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Beeline Moto. Simplicity in itself!
 
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I haven’t used mine much, but a severe shortcoming is lack of a Detour button that my 2010 Garmin had. This routes you around an impass on the road. Overall it’s not as useful as the 12yo model which has died
 

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I haven’t used mine much, but a severe shortcoming is lack of a Detour button that my 2010 Garmin had. This routes you around an impass on the road. Overall it’s not as useful as the 12yo model which has died
It is well hidden: You have to click on the three dots on the bottom right, then at the top "Edit Route". There's the familiar options of detour by road, by distance, ....
I had a TomTom Urban Rider before. Somehow it seemed more intuitive, even though the zumo has many extra options that theoretically would make it the better device. But it's always a hassle. Depending on the complexity of the route and whether I know the area or not, I have to focus more on the device than the ride, which is exactly the opposite of what I bought it for.
Also detours on the TomTom seemed to make more sense than on the zumo.
 

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I looked at setting up a Cardo unit on my lid and using Bluetooth to connect to google maps on my phone, I thought about it for a while and decided it was to much of a pain in the a**e....After looking around the net for a while I found the Beeline setup, a small unit on the bars operated by a phone app and you can keep your phone in a jacket pocket....I tried it and I was very happy with the setup,it was simple and just worked.... Motorcycle sat nav | Beeline ....watch the moto navigation video by Henry Crew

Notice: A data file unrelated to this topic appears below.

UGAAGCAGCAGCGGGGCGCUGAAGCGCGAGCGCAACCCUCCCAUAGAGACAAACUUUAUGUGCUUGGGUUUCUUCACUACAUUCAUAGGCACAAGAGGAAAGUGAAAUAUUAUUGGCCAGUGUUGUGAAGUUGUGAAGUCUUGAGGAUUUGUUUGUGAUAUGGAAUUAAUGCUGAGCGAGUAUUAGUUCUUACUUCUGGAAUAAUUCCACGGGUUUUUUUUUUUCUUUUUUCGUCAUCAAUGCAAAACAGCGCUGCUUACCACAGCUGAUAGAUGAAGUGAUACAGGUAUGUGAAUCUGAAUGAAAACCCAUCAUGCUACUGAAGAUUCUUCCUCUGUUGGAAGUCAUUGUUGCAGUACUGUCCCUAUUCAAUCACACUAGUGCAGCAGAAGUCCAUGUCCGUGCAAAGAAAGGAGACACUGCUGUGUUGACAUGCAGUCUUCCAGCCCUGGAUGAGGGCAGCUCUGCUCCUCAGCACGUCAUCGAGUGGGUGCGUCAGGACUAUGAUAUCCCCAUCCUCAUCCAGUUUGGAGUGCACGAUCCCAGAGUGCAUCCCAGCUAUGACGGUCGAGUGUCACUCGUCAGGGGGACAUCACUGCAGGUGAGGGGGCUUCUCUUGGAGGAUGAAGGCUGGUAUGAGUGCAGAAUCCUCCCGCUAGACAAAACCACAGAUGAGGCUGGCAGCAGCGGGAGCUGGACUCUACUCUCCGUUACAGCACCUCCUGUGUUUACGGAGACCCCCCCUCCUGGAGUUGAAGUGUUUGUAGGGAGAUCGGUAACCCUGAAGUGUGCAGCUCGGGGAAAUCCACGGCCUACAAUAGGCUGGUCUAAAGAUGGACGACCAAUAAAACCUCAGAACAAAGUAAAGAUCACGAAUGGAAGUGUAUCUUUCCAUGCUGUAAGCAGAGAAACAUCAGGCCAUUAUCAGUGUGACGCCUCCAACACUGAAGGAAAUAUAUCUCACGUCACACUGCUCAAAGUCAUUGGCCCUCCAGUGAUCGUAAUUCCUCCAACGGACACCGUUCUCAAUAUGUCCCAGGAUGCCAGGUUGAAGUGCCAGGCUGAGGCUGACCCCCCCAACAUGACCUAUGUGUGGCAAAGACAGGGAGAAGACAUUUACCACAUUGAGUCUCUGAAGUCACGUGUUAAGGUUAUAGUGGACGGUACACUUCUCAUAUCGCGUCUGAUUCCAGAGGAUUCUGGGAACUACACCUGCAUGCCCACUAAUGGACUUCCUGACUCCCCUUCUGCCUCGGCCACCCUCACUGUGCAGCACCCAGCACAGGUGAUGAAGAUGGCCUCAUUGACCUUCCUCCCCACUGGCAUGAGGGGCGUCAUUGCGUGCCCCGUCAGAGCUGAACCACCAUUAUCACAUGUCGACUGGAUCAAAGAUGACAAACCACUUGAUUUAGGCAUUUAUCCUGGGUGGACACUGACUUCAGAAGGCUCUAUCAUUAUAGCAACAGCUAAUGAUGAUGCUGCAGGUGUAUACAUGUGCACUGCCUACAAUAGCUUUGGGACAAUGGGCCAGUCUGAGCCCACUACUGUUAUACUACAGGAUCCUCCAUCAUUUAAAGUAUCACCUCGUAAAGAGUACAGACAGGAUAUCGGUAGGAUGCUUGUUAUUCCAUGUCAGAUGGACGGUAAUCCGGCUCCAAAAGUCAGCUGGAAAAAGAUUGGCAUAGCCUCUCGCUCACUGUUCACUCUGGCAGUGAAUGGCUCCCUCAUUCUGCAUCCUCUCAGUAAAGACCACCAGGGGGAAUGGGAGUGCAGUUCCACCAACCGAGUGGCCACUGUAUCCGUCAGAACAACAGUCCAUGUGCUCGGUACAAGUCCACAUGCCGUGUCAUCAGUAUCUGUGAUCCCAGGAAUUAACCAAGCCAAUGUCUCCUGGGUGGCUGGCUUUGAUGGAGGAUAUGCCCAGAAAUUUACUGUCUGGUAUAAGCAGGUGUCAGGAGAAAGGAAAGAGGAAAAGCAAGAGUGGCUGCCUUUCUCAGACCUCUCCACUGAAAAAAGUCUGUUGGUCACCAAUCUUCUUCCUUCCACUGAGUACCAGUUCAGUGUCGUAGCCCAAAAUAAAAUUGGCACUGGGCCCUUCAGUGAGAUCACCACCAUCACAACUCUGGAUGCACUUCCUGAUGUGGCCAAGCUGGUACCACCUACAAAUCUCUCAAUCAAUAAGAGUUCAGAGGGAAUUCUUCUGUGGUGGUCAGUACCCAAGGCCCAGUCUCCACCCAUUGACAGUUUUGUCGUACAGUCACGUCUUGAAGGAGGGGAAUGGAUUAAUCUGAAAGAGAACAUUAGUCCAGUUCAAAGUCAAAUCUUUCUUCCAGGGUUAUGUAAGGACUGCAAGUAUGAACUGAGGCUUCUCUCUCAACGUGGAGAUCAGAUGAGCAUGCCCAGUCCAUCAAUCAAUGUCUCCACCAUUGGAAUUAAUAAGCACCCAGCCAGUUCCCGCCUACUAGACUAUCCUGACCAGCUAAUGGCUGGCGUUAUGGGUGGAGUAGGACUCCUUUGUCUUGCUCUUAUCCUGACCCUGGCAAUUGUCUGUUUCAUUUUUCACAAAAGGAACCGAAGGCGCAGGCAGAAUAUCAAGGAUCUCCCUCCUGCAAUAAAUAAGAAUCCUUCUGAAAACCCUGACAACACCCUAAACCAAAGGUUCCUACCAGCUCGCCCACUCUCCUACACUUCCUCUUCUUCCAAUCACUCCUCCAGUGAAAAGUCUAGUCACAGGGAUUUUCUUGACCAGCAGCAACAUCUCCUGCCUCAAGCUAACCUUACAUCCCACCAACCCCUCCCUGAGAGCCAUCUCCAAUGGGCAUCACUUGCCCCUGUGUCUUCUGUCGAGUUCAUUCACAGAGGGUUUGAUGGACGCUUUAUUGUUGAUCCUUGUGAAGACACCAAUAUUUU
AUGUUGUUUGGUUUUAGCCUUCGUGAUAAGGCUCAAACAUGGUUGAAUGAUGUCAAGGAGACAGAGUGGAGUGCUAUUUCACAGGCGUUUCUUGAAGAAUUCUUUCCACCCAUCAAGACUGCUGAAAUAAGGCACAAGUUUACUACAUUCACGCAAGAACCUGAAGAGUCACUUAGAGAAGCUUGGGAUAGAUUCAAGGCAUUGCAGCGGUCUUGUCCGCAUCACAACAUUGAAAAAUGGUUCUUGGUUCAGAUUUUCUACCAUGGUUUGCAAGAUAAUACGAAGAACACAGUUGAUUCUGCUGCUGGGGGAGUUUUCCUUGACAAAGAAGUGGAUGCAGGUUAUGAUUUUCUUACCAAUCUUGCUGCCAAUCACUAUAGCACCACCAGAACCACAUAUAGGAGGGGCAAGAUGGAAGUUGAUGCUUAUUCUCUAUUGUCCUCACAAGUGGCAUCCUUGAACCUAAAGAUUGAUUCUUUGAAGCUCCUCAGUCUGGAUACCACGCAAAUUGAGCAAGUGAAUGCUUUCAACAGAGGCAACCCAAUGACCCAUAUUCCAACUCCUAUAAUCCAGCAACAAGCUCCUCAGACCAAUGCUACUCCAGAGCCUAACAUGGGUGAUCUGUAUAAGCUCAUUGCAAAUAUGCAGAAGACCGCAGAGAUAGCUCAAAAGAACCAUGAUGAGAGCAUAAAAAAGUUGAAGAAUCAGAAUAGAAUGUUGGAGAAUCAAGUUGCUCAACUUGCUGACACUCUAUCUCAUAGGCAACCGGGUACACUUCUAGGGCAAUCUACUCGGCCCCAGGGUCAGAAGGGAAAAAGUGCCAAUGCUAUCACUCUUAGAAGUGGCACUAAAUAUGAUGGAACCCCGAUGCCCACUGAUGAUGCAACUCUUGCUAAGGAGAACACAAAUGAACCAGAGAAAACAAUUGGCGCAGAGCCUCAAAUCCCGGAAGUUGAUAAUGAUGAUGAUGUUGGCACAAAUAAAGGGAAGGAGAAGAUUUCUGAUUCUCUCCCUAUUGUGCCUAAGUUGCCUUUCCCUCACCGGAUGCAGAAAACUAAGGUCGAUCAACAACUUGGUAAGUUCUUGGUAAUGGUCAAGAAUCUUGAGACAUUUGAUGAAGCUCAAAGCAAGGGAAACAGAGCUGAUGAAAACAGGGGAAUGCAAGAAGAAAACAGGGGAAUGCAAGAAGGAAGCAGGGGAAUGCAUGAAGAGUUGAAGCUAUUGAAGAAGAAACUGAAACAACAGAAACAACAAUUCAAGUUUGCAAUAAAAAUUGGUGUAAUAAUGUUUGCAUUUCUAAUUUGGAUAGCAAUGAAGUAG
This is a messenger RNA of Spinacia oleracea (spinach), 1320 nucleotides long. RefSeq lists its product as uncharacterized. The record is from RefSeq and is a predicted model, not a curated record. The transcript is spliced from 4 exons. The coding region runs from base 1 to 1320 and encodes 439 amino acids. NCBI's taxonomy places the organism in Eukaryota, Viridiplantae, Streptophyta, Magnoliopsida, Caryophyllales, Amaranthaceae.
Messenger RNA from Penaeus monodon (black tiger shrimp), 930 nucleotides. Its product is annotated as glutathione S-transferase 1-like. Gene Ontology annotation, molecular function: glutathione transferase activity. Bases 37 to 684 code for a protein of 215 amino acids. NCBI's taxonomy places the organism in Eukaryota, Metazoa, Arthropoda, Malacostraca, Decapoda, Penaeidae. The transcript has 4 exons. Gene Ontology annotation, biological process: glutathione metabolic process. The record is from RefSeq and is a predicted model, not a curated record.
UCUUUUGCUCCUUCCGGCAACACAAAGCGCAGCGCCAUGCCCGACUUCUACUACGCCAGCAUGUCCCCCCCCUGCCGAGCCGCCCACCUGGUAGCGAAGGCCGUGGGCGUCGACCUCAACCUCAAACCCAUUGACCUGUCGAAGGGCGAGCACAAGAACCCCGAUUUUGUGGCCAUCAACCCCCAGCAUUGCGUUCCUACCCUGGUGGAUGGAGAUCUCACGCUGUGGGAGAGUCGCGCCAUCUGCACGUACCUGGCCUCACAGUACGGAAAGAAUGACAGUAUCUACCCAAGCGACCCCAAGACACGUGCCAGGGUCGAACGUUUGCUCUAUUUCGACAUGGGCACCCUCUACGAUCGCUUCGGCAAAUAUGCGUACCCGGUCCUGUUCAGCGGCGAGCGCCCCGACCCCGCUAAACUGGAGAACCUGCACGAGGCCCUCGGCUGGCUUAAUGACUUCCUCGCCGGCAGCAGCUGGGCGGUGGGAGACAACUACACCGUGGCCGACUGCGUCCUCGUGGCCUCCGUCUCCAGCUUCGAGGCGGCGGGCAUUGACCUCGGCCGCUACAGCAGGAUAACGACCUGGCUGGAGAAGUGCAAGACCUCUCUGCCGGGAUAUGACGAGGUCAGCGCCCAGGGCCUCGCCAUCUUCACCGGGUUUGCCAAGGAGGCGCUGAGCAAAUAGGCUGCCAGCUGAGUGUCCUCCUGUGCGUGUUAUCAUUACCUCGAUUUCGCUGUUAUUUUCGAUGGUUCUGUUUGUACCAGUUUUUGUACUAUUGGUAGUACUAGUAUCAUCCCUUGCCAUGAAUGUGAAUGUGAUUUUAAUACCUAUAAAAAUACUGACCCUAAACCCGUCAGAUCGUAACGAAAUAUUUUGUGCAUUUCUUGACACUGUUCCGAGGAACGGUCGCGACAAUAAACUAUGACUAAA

Nice solution you have. I paired my Android with my Cardo Freecom 1+ and use Google maps. Works great. Phone mounted on handlebars.
 

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Let me start by clarifying my title. I don't just regret buying the Zumo. It's an expensive thing that fails to serve it's basic function- tell me how to get from A to B without using highways, dirt roads, and while sticking to the route I planned or giving me a sensible route to a place I'm asking to get to. It's the routing and planning where it fails miserably.

I've been on rides where I change my mind and want to go to another city- should be simple, right? Stop the current route, put in a new destination and go. If only ... no, what I get is a convoluted tour of a small mountain town, 2 u-turns and a 5 hour round about loop for a a 40 minute trip that bypasses the road I really want to go down. And yes, I know the road I want is paved and has been for at least 20 years.

Last night was the final straw. I spent an hour plus trying to get the Garmin to use a route that I initially planned in Google maps in 30 seconds. No matter what I did, it just wouldn't get there. Now, because of the way this thing works, close is not good enough. You can't just easily ignore parts of the route that are planned or it will keep trying to send you back to follow the parts you missed. No, you have to get the route right, and then ride that route.

I think the hatefulness of Garmin Basecamps is well documented so I won't say much there. Besides, lets face it, if you were out on a trip, you wouldn't be lugging your laptop with you to do the planning anyway so I practice using my phone or the built in trip planner to create my trips. Nothing works the way it should.